Tango, tango, tango! I remember coming across his work first on an album by the Kronos Quartet and thinking I had discovered the meaning behind the movie Kiss of the Spiderwoman. Yo-yo Ma makes Piazzola's melodies come alive and weave their magic in such a subtle passionate way that you will have your breath taken out of you before you realize that you are listening to one of Argentina's greatest composers.

Deep Forest
Okay, I know this is "world-beat-techno-trance-mainstream" schlock but it is: Still cool listening even after all these years...spawned all sorts of similar sounding cool "bands" like Enigma. Hey! They have a great web site. If only I could find that URL!

Malcolm Mclaren's Paris
I am told he stole all the tunes shamelessly from Frenchmen, and even though the poetry is really cheesy, this is an incredible album.

Dead Can Dance—The Serpent's Egg, Spiritchaser
Need I say more?

ZBS—Ruby, the Galactic Gumshoe
The best radio drama on the net.

—March 9, 1999

Monday, August 20, 2001

Since the Seattle Public Library has moved into their temporary Annex at the new Convention Center Expansion, I've been making regular visits to loan CDs. The selection is limited, but I've managed to come up with one or two gems: a recording of Carmina Burana, the debut of Girl with 100 Heads (personally knew Scott, the lead singer several years ago when he recorded the album), Mozart piano concertos.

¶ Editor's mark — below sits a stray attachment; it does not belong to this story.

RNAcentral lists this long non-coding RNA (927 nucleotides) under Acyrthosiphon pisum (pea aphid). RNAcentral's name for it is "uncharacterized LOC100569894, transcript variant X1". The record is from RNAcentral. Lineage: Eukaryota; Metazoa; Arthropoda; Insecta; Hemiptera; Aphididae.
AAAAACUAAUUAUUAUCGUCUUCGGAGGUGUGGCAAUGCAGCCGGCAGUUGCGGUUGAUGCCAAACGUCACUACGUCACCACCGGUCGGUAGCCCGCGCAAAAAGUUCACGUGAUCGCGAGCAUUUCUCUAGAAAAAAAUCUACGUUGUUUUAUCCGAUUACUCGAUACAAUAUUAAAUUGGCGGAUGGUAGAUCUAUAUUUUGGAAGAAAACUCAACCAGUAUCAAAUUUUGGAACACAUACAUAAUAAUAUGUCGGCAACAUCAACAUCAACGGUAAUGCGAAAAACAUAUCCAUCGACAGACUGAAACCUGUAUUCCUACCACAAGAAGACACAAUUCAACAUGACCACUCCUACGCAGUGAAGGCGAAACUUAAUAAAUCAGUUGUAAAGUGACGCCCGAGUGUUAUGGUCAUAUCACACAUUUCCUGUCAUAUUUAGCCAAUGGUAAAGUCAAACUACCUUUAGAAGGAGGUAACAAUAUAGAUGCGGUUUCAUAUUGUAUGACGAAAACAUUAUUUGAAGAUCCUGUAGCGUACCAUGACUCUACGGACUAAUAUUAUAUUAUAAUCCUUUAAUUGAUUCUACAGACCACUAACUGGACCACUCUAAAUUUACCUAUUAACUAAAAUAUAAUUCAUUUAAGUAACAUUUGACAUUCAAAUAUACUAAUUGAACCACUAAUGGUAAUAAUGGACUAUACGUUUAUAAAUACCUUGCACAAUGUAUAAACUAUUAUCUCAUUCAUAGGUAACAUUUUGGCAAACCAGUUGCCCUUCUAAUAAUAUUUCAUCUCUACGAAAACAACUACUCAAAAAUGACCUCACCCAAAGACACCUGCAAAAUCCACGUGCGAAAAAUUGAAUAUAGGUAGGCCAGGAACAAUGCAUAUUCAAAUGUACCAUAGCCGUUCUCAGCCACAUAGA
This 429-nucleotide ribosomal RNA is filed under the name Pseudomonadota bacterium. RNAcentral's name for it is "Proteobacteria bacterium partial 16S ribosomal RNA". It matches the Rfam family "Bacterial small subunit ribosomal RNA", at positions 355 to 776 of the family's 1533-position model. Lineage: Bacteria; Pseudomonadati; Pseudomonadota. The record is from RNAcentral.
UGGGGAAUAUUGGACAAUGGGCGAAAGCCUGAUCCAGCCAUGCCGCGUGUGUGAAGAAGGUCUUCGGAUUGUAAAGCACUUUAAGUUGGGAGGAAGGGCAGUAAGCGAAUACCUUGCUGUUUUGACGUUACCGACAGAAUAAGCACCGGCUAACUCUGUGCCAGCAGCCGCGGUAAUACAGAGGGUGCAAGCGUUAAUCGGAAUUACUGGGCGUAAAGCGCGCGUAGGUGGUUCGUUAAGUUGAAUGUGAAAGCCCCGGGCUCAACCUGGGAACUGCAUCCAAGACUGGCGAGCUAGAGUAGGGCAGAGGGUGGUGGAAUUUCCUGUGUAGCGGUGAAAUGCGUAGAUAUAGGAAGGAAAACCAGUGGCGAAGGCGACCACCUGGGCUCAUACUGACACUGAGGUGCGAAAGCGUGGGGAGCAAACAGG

I've also been hanging out on Aimster downloading new music that I want to own. Recently my attention was brought to Alison Goldfrapp, a young woman with an exquisite vocal range and style who recorded Human with collaborator Will Gregory. While online a short while ago, a person who was downloading some Elliott Smith started up a chat with me and raved about Rufus Wainwright. They listed off a handful of songs that they felt epitomized his talent, “Chocolate milk and Cigarettes”, being one of them. I was hooked the instant I heard these lyrics: “…Everything it seems I like’s a little bit stronger/ A little bit thicker, a little bit harmful for me…”

Rufus, Rufus, Rufus...I think I am in love. His lyrics speak to an identity that I've been attempting to create for myself and now, seeing him casually write songs to that end I am convinced that the only way I can claim that for myself is to go out and buy a guitar and become a pop singer. It helps that he is Canadian, queer and a "One Man Guy", which is to say that he's his own person. You have to love a man who can craft a lyric like "And you will believe in love / And all that it’s supposed to be / But just until the fish start to smell / And you’re struck down by a hammer..." Shades of my idol Joe Orton's death. I wonder if it is intentional. Rufus's lyrics make me want to believe..."clap your hands if you believe in fairies." *clap, clap*

Bumbershoot is coming up and Mr. Wainwright will be playing in the Opera House Sunday night...I am thinking of attending just so I can play out my sycophant fantasy. He also is opening for Tori Amos in September, I am told by a friend. It would be sensible to attend that and be assured a seat…hmmmm.